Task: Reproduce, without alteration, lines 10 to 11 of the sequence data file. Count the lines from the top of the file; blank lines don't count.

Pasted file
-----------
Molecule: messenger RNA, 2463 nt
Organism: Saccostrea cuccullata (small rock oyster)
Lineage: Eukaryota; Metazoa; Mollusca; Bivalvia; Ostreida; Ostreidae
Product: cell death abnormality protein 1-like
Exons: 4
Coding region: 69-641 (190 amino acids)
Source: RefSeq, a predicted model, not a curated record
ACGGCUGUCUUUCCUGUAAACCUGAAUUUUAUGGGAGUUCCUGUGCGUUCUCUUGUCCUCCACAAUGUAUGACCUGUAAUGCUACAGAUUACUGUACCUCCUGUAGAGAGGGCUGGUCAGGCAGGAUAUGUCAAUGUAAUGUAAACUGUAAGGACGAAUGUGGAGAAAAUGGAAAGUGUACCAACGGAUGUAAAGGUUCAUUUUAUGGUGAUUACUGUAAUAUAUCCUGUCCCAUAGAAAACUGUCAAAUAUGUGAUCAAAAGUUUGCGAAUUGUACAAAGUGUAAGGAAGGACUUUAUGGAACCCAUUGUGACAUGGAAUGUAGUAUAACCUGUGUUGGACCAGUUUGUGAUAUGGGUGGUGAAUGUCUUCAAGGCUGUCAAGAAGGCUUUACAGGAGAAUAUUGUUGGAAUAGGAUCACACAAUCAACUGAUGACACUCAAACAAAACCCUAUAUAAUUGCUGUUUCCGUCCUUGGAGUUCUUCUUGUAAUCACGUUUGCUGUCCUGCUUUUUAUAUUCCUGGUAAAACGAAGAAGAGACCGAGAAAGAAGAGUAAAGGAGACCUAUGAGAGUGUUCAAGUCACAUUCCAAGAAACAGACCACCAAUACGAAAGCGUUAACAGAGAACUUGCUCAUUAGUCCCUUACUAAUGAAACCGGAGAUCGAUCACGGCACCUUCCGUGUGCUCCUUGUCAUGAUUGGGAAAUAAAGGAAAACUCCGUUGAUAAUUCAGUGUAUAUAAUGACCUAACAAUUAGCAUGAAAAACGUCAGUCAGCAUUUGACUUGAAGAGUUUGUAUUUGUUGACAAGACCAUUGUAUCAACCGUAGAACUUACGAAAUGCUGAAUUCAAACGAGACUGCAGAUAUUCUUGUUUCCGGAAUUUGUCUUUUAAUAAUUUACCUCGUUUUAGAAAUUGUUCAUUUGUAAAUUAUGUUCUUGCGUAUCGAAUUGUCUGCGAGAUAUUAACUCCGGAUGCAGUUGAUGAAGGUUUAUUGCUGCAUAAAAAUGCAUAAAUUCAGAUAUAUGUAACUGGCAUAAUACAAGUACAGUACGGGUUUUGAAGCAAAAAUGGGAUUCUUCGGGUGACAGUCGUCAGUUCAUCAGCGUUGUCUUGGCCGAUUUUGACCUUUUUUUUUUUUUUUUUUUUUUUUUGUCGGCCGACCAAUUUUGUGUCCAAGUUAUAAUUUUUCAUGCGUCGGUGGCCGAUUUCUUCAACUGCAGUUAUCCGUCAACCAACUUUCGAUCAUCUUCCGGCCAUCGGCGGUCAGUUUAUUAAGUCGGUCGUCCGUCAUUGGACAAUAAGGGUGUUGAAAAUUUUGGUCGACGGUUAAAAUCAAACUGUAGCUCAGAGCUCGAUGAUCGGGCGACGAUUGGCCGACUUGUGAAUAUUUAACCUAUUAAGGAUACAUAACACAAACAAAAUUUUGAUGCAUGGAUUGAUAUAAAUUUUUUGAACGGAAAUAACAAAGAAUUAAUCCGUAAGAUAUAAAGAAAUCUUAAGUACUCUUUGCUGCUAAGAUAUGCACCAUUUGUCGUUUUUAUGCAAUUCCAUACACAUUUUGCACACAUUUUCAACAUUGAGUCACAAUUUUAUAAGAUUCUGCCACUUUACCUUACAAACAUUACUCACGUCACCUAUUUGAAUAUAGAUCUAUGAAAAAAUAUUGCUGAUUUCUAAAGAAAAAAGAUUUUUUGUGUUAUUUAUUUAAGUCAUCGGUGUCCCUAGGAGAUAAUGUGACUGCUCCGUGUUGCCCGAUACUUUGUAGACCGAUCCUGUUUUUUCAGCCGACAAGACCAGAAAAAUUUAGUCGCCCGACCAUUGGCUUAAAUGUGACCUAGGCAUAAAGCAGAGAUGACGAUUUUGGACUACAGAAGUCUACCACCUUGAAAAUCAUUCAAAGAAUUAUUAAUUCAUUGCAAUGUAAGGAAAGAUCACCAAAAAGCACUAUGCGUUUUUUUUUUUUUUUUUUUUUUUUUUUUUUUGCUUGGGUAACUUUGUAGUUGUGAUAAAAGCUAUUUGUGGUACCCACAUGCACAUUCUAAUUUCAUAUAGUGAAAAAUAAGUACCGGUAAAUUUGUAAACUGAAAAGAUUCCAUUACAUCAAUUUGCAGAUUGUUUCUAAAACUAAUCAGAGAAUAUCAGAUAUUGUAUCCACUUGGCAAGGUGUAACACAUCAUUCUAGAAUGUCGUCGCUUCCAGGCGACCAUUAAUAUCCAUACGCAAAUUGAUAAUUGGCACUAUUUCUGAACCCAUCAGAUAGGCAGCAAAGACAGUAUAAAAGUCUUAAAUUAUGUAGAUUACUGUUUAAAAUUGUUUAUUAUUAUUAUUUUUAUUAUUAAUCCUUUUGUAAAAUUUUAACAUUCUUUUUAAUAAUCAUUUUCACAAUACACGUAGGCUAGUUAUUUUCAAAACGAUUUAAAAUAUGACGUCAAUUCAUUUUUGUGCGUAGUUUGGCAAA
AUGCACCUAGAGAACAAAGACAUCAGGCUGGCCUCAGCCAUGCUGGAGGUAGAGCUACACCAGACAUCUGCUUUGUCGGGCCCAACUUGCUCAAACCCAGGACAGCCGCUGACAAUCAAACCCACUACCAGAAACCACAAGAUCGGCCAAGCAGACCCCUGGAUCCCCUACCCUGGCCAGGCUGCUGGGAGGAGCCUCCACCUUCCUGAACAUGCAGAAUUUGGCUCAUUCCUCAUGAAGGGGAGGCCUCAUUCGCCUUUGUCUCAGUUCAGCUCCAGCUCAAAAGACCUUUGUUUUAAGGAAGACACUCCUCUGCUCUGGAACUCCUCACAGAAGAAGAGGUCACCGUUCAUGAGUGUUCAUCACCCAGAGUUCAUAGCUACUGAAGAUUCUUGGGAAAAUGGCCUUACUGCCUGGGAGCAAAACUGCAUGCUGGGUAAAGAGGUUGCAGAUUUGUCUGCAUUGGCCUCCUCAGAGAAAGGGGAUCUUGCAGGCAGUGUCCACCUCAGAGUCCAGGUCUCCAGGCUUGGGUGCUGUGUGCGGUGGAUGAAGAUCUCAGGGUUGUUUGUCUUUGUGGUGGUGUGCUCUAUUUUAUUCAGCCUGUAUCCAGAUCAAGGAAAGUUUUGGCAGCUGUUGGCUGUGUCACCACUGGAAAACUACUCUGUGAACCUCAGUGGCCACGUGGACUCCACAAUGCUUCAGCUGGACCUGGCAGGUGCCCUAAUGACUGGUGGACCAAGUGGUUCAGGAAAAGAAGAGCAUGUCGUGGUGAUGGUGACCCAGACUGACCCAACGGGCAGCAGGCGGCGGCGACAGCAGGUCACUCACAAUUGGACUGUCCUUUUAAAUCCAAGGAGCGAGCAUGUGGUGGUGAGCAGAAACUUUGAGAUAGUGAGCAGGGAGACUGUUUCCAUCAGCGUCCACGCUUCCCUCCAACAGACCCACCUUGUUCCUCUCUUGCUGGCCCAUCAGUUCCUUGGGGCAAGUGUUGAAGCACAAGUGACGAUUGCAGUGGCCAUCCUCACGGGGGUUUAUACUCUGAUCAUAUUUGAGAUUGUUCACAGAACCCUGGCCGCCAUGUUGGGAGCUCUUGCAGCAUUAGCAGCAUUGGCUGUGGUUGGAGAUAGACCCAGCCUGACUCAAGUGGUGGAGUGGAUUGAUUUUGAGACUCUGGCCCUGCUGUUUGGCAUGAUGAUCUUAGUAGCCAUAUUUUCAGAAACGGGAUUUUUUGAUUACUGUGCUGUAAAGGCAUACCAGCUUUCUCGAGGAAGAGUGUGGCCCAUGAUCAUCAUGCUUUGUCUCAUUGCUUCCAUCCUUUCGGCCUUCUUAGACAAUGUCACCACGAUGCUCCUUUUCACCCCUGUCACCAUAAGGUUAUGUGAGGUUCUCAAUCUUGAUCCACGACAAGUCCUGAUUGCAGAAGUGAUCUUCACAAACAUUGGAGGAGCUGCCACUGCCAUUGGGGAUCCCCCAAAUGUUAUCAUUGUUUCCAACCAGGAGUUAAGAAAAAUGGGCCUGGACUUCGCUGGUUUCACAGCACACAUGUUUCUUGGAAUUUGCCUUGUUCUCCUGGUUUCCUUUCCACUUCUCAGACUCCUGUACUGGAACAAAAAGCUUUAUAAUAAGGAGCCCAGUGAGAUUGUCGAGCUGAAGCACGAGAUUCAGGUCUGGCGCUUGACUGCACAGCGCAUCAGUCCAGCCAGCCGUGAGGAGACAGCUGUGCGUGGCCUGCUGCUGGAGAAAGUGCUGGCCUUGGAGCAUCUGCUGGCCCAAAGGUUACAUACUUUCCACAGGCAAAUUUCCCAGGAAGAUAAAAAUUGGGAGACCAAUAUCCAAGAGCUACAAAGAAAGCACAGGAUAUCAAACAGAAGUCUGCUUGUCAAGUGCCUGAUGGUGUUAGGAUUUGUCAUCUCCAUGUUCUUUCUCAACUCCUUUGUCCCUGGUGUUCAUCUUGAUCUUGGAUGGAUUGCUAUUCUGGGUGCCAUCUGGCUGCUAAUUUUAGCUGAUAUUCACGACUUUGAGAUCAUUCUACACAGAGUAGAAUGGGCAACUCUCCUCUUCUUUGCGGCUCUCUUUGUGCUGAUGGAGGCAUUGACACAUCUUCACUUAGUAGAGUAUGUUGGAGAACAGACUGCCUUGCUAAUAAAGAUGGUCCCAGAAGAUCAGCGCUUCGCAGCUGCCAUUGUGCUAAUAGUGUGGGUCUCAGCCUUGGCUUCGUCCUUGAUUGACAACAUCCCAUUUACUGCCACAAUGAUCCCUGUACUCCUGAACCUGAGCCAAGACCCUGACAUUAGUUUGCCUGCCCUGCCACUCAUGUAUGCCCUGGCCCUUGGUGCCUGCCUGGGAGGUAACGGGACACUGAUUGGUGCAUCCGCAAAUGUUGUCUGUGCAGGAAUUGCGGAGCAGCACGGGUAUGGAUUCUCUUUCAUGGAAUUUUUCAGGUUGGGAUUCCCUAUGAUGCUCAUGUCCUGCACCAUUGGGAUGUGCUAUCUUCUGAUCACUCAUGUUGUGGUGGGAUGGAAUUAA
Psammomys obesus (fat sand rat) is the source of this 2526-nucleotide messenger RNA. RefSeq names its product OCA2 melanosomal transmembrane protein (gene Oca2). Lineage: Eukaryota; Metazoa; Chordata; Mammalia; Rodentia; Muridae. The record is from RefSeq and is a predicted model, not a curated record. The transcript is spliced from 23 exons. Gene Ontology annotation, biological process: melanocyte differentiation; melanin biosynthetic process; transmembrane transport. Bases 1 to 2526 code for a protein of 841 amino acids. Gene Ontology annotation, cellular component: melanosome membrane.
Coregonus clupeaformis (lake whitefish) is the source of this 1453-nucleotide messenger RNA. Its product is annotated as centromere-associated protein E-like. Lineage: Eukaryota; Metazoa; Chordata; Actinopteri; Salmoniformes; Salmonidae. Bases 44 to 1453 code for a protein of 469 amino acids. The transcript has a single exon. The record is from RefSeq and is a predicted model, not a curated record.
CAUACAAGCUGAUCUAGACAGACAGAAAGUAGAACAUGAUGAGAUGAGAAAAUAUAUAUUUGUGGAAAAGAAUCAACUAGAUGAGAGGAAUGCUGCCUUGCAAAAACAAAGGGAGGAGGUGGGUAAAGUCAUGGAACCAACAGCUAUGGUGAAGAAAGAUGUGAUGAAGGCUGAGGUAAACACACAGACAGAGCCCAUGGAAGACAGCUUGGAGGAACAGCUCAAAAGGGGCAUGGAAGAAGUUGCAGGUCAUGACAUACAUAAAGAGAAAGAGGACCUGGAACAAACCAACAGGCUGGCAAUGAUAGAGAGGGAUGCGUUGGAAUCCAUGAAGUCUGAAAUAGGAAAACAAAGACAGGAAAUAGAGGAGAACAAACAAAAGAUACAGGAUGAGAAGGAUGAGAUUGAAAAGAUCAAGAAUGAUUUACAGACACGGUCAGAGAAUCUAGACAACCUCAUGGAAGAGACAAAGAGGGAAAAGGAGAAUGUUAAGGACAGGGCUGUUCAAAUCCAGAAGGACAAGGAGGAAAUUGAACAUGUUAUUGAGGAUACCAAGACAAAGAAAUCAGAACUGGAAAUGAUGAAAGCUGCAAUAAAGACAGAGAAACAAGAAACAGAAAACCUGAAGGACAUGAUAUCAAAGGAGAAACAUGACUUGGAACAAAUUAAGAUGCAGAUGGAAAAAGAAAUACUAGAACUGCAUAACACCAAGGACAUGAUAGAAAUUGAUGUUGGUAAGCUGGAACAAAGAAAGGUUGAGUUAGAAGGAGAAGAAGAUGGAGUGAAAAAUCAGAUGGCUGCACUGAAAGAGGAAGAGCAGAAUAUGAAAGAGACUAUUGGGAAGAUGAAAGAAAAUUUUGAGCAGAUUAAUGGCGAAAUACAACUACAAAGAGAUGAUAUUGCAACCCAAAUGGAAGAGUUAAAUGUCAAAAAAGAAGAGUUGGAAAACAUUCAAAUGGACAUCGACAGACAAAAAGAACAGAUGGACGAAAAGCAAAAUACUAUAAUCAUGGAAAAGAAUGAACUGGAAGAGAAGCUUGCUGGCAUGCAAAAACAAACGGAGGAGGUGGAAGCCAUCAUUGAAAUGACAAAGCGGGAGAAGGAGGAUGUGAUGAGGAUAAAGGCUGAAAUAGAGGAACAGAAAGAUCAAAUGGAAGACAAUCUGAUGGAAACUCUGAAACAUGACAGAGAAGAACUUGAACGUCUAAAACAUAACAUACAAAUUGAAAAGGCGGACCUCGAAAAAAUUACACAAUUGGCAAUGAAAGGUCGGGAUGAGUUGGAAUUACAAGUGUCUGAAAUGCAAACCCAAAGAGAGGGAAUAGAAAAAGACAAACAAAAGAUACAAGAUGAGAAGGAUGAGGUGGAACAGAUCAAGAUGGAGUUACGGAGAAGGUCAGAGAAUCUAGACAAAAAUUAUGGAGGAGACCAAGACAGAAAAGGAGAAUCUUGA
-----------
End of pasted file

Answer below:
Psammomys obesus (fat sand rat) is the source of this 2526-nucleotide messenger RNA. RefSeq names its product OCA2 melanosomal transmembrane protein (gene Oca2). Lineage: Eukaryota; Metazoa; Chordata; Mammalia; Rodentia; Muridae. The record is from RefSeq and is a predicted model, not a curated record. The transcript is spliced from 23 exons. Gene Ontology annotation, biological process: melanocyte differentiation; melanin biosynthetic process; transmembrane transport. Bases 1 to 2526 code for a protein of 841 amino acids. Gene Ontology annotation, cellular component: melanosome membrane.
Coregonus clupeaformis (lake whitefish) is the source of this 1453-nucleotide messenger RNA. Its product is annotated as centromere-associated protein E-like. Lineage: Eukaryota; Metazoa; Chordata; Actinopteri; Salmoniformes; Salmonidae. Bases 44 to 1453 code for a protein of 469 amino acids. The transcript has a single exon. The record is from RefSeq and is a predicted model, not a curated record.